Characteristics of the 27 study patients (median age, 5.6 years; age range, 2-17 years; 15 [56%] male) are given in Table 1. Patients were evaluated before entry into an open-label drug trial of protein farnesylation inhibitors. Of 29 screened patients, 2 were excluded: one was ineligible for therapy because of liver dysfunction, and the other was excluded because of technical reasons. As previously reported,25 patients demonstrated severe growth failure with severe reduction in weight-for-age, height-for-age, and weight-for-height z scores and a reduced body mass index (BMI), findings suggesting that their body composition included a higher proportion of lean body mass compared with healthy individuals. Systemic hypertension was common, as previously reported.22 With use of height-age to calculate BP percentiles, 13 of 26 patients (50%) were hypertensive.
Metabolic profiles were similar to those in a prior report.22 As seen in the eTable in the Supplement, 13 patients (48%) had hyperinsulinemia, and 9 (33%) were insulin resistant. Lipid abnormalities were notable for abnormally low high-density lipoprotein cholesterol level in 17 (63%).
Echocardiographic indicators of LV size, function, and mass are summarized in Table 2. Compared with normative data from our laboratory, z scores for LV end-diastolic volume, end-systolic volume, mass, mass to volume ratio, and ejection fraction were elevated. Because of the unusual body habitus, characterized by low BMI and weight-for-height z scores, we repeated these analyses using ideal body weight instead of actual body weight to calculate the BSA. We found that these adjusted z scores for LV size and mass were closer to normal values. Systolic dysfunction, defined as an LV ejection fraction less than 55%, was not seen in any patient. Left ventricular hypertrophy (LVH), defined as both LV mass and LV mass-to-volume z scores greater than 2, was present in 7 patients (25%). The presence of LVH was associated with older age at evaluation but not with sex, systemic hypertension, or CFPWV.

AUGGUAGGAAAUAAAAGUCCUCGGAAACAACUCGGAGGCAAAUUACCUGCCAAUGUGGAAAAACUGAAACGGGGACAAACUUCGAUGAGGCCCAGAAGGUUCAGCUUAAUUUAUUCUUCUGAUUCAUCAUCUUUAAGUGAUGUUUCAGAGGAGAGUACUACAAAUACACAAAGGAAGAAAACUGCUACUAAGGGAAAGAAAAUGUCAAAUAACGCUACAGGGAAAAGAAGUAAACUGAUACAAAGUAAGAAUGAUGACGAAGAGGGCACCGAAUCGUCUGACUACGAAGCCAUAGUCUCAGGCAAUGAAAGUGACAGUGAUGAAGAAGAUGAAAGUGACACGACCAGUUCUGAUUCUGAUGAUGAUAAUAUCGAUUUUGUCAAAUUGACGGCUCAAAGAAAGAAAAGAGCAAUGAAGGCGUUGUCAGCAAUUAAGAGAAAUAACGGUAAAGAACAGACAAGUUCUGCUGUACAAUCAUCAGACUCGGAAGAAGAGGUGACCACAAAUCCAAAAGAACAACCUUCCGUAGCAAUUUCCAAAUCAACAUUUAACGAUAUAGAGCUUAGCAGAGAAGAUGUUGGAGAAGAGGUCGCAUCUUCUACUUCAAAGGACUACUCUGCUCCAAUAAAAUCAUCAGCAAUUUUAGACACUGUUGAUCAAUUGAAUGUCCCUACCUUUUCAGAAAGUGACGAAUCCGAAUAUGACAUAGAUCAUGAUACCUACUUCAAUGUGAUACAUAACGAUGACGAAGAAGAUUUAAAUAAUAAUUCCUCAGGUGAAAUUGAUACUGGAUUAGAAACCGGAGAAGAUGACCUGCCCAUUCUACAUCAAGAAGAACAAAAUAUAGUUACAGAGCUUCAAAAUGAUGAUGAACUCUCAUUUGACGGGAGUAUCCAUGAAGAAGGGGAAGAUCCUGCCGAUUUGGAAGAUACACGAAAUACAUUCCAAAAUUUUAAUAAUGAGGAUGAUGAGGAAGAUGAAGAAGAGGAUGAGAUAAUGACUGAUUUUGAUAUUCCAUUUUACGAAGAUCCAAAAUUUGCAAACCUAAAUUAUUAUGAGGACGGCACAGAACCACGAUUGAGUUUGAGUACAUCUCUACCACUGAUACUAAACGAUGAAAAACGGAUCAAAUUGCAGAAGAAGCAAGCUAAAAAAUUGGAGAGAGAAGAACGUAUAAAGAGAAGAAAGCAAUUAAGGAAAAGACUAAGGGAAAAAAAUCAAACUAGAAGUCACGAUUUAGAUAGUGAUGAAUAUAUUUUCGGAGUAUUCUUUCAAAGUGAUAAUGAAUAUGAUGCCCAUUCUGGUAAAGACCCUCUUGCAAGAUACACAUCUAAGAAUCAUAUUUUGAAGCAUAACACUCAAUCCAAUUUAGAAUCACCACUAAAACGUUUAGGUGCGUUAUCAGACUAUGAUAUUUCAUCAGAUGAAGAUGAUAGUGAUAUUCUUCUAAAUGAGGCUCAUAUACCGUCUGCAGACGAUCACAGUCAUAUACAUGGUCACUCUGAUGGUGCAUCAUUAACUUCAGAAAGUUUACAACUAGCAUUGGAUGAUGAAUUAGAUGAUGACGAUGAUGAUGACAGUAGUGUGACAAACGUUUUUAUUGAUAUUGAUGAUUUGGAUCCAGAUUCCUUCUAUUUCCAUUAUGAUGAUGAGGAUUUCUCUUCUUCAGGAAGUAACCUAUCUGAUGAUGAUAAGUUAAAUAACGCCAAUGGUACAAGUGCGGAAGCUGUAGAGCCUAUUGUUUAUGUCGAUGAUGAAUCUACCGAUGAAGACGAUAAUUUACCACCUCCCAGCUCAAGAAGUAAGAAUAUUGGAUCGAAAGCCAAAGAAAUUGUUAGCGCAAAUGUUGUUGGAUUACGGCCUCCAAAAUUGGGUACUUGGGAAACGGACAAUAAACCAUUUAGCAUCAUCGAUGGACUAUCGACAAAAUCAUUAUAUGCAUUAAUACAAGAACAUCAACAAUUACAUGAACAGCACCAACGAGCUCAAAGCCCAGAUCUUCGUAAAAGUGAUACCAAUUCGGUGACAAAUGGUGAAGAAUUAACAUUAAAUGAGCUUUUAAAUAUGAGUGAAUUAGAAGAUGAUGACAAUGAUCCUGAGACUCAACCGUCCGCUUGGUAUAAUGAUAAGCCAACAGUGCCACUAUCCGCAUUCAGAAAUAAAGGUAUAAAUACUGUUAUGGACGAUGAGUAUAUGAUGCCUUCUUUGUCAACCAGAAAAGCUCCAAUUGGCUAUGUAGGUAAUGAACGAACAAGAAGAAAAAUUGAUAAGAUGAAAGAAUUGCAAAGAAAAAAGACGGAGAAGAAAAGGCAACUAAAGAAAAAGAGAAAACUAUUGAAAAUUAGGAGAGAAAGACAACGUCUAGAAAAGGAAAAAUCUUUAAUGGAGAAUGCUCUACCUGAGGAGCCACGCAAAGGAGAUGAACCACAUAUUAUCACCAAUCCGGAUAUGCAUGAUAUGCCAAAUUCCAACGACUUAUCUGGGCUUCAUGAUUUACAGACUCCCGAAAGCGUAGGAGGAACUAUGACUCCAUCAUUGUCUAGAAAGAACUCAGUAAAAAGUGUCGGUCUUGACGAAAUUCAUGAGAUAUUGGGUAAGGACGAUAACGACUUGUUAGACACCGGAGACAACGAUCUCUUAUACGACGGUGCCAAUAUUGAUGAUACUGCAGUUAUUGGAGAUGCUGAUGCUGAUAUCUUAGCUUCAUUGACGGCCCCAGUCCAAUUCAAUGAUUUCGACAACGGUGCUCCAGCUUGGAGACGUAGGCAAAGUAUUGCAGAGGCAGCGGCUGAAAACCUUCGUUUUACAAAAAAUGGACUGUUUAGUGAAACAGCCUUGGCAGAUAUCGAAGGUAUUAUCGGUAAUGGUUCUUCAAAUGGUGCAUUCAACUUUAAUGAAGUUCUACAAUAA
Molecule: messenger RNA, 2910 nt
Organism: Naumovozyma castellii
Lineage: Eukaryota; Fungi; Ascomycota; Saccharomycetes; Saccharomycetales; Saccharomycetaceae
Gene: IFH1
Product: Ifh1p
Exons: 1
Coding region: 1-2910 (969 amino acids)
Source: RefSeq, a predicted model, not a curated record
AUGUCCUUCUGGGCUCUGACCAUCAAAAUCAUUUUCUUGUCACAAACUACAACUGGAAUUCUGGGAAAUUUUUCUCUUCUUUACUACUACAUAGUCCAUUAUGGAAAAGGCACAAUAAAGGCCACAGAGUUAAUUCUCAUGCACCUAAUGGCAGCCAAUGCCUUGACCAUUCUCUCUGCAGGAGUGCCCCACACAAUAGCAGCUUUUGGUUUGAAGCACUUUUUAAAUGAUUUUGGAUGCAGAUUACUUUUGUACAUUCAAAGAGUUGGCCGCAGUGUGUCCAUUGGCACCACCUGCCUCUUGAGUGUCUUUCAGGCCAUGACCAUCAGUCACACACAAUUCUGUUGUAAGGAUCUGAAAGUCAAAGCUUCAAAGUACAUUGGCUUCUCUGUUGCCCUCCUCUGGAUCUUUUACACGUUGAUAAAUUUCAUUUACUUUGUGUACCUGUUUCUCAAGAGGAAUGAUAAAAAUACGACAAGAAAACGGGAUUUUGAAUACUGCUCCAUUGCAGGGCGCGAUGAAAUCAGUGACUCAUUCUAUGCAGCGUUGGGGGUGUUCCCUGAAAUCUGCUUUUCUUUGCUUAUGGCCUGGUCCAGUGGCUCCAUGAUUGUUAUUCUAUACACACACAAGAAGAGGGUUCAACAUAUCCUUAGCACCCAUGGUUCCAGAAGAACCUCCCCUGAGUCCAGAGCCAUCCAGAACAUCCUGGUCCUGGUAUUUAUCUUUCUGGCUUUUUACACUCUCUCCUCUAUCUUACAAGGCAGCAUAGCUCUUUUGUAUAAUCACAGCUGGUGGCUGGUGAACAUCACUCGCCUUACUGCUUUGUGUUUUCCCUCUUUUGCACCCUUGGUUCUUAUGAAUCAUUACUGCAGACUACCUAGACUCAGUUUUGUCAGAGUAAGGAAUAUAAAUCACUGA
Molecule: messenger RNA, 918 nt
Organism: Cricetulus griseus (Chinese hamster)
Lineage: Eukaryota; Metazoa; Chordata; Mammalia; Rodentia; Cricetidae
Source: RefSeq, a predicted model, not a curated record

As indicated in Table 3, all echocardiographic indicators of diastolic LV function were abnormal compared with normative values from the echocardiography laboratory at Boston Children’s Hospital. Left ventricular diastolic function indicators are insensitive to body composition; therefore, these z scores were not recalculated using ideal body weight.17 Left ventricular diastolic dysfunction, defined as a tissue Doppler septal or lateral E′ velocity z score less than 2, was present in 16 patients (59%), and its prevalence steadily increased with age (Table 4). As seen in the Figure, LV diastolic function indicators were worse in older patients. Specifically, z scores for lateral and septal E’ velocities were lower (r = −0.77, P < .001; and r = −0.66, P < .001, respectively), whereas those for the E:E′ ratio were higher in older patients (r = 0.80, P < .001; and r = 0.72, P < .001, respectively). Diastolic indicators were not significantly different between hypertensive and normotensive patients.
As indicated in Table 4, the most common mitral valve abnormalities were annular and chordal calcification, occurring in roughly one-fourth of patients. Significant mitral stenosis and regurgitation were less common. As indicated in Table 4, the prevalence of mitral valve abnormalities was higher in older patients.